It is not usual to use odds in the way you have written. The usual ways:Hello,
Does a word ''odds'' mean the same as probability?
If so, can we say
''Your odds to be hired in this company are minor''
Following the above logic, the odds of 10 to 1 will give 11 if win.if you said you were backing a horse whose odds were "5 to 1" then everyone would know what you meant (i.e. if your horse wins then you win five times your stake plus your stake back)... using the decimal betting system that would be 6.0.
No. wandle was right in the original post which you edited in your "quote." If you read that the odds on a horse are 100 to 1, it means that the horse has about a 1% chance of winning.Hi Wandle, just to make sure, the probability is 5/6, not 1/6 right?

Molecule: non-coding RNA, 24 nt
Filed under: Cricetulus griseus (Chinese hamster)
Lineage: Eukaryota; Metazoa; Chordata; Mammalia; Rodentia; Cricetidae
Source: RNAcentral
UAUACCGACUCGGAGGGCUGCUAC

The use of odds on and odds against, I agree with, but odds and probability are not the same thing. See Jacobian's post #5.I would never say 'the odds of' anything, as this can cause the very confusion clearly explained by Jacobian.
It is better to say 'the odds on' or 'the odds against'.
If we say the odds on a horse winning are five to one, this means the probability it will win is 5/6.
If we say the odds against are five to one, we mean the probability of the win is 1/6.